T HE GREAT EVENT THAT MADE ALL OF HUMAN HISTORY POSSIBLE, INCLUDING THIS MAGAZINE, OCCURRED AT SOME SIXTY-FIVE MILLION YEARS AGO. ITS PRIMARY EVIDENCE LIES IN AMERICA.
Few people know that mammals evolved at the same time as dinosaurs, more than two hundred million years ago. They did not arise later and drive dinosaurs to their extinction by their superiority. They lived, rather, for one hundred million years as small, rat-sized creatures in the interstices of an ecological world ruled by dinosaurs. In no way did they challenge or displace dinosaurs. Then, some sixty-five million years ago, dinosaurs were wiped out (along with many other forms of life) in one of the great episodes of mass extinction that have punctuated the history of life. The small mammals survived and took over a world emptied of its former old rulers. We evolved much later as a result of this good fortune (we are a cosmic accident, not the result of a predictable process). If the extinction had not occurred, dinosaurs would probably still dominate the earth, and conscious creatures would not have evolved.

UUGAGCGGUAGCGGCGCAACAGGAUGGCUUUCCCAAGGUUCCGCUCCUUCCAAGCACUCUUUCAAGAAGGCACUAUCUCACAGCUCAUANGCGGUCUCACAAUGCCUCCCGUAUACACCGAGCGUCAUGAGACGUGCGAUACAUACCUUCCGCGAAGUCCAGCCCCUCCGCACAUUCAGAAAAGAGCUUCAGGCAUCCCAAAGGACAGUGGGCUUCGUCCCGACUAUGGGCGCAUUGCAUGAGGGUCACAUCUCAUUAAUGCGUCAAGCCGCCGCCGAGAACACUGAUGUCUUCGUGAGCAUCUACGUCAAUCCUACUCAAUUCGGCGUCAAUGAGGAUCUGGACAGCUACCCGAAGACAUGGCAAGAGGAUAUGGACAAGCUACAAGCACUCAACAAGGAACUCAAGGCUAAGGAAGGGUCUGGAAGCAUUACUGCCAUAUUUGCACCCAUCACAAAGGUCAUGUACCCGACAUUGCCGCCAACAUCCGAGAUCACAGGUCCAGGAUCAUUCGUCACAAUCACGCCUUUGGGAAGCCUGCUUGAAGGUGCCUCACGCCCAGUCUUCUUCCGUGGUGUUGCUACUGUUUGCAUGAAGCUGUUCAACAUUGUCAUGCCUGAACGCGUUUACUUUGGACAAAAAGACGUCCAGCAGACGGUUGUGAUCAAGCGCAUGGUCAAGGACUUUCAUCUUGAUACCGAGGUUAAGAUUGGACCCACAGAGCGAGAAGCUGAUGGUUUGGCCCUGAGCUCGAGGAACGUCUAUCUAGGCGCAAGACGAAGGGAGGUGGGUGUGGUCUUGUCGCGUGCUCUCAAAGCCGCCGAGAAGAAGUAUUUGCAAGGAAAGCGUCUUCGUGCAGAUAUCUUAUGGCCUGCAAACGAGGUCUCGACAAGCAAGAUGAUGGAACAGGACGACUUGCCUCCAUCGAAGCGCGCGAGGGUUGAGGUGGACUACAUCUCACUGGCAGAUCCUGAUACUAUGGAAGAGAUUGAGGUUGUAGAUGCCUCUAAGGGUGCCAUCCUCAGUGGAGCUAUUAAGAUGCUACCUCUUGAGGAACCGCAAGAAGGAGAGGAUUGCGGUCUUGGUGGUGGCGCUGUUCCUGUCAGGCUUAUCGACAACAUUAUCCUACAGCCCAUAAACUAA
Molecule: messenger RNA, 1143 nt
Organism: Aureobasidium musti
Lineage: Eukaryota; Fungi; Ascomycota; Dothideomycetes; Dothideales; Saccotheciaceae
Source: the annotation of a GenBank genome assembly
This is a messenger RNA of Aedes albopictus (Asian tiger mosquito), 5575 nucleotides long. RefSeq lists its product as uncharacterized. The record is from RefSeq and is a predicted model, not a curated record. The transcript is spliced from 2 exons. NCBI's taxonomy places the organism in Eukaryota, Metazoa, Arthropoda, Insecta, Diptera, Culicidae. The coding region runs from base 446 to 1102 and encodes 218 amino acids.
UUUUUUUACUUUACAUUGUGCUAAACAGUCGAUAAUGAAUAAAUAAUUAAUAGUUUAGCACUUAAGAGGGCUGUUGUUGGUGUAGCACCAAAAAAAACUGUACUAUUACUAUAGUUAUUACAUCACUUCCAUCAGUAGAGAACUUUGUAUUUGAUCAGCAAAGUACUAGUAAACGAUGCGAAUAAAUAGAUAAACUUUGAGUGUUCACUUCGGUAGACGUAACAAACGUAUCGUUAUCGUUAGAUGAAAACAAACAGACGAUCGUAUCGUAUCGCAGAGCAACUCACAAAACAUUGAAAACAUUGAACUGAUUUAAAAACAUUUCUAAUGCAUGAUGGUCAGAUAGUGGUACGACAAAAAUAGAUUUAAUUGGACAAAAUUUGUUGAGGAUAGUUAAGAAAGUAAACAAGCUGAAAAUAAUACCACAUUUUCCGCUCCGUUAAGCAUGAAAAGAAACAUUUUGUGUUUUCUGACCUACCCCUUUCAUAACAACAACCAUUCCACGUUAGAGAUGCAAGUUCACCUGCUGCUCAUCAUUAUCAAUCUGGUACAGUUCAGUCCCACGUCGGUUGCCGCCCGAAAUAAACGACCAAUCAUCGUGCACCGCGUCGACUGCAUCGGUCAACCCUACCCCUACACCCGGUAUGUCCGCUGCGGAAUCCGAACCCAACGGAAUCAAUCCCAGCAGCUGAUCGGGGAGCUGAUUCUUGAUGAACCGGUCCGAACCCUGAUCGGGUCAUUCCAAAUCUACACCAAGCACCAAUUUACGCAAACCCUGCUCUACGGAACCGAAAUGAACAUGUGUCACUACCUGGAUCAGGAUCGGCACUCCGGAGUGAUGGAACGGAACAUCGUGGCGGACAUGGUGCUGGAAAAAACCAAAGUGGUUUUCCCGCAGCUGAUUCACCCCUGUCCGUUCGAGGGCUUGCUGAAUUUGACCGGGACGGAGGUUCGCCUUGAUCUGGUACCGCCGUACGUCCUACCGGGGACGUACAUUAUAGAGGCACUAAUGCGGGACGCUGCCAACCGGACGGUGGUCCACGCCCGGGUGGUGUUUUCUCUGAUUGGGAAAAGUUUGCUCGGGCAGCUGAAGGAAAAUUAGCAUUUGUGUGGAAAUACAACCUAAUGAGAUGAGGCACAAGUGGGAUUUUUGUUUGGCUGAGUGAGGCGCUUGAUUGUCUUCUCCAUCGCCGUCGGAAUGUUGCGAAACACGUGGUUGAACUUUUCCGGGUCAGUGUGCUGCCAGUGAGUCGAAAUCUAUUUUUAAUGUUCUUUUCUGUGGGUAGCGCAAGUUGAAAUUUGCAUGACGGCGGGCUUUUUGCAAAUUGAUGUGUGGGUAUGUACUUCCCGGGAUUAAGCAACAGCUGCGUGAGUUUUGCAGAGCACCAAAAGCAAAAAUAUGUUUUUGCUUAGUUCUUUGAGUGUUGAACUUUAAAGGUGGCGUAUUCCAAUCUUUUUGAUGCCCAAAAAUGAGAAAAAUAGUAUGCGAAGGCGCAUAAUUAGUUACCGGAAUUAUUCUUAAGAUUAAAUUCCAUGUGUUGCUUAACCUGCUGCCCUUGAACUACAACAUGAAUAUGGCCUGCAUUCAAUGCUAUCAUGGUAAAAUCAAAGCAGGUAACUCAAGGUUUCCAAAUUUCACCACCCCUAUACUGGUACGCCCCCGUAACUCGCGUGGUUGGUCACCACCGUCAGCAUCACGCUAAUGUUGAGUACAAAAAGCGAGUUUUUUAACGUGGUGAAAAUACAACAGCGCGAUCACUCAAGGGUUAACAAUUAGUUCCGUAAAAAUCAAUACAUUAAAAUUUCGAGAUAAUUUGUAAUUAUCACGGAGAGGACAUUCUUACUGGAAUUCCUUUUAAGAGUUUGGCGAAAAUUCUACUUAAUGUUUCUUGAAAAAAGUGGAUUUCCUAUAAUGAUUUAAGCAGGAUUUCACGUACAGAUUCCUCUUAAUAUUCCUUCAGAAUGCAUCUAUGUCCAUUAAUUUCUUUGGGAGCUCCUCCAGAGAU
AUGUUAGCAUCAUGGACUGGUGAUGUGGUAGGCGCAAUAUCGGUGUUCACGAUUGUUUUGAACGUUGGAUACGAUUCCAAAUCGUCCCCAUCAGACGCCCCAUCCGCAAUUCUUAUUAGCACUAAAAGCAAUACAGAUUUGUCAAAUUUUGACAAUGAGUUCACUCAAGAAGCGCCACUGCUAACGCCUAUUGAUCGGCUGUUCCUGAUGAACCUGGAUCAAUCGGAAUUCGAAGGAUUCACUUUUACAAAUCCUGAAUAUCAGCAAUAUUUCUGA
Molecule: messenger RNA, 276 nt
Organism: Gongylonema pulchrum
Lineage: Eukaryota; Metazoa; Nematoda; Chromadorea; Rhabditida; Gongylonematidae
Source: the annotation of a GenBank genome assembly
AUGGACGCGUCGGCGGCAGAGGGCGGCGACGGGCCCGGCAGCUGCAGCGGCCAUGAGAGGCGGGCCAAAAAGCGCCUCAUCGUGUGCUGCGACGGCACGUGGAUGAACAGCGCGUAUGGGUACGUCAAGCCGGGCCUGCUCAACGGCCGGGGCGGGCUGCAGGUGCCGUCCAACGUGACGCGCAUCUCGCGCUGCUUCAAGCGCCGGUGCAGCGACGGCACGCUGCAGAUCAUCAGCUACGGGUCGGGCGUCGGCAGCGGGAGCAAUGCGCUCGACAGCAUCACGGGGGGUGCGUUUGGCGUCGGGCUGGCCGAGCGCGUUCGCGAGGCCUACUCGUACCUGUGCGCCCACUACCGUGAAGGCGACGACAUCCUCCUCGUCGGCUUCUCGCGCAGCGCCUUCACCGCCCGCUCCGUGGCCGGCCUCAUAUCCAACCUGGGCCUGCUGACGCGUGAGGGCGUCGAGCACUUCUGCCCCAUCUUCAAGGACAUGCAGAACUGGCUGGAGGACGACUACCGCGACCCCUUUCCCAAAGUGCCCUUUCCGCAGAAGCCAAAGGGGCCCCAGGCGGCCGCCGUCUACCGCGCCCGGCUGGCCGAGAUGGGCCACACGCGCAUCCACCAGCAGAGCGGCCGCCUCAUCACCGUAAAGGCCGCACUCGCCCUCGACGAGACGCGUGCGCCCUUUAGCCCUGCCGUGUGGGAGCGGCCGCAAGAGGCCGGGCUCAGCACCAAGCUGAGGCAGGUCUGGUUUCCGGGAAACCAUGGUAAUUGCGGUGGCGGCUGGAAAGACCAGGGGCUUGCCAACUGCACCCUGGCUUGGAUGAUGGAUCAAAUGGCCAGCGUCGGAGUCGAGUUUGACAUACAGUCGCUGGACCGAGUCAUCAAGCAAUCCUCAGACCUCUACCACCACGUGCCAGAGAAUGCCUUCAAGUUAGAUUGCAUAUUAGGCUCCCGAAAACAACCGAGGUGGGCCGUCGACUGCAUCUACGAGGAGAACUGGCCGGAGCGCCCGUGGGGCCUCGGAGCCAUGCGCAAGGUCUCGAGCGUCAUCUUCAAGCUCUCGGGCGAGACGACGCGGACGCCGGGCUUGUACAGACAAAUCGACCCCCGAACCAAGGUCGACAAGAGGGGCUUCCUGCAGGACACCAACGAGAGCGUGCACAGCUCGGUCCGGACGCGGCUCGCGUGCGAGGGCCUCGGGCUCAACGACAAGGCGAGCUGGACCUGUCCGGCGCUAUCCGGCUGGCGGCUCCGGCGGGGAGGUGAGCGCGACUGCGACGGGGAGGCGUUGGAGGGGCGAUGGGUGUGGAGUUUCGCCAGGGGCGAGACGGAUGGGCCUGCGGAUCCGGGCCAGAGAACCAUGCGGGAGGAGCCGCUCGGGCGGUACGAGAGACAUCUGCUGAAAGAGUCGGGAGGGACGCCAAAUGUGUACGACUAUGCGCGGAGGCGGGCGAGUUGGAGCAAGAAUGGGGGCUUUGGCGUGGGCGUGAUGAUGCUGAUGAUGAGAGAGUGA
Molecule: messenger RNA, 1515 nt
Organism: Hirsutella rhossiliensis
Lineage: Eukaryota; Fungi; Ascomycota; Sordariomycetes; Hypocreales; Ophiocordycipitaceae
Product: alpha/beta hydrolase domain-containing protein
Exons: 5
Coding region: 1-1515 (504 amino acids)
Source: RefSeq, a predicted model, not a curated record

But what wiped out the dinosaurs? We now have good evidence that a large extraterrestrial body—an asteroid or comet —struck the earth at this time, perhaps send-ing aloft a cloud of dust making the earth too cold and dark for large reptiles (the “nuclear winter” scenario is based on the same argument). I would like to have seen the explosion and its aftermath; I only hope I would have known when to duck.
Stephen Jay Gould, Professor of
Geology and Alexander Agassiz
Professor of Biology, Harvard
Church of the Science of God
La Jolla, California 92038-3131
© Church of the Science of GOD, 1993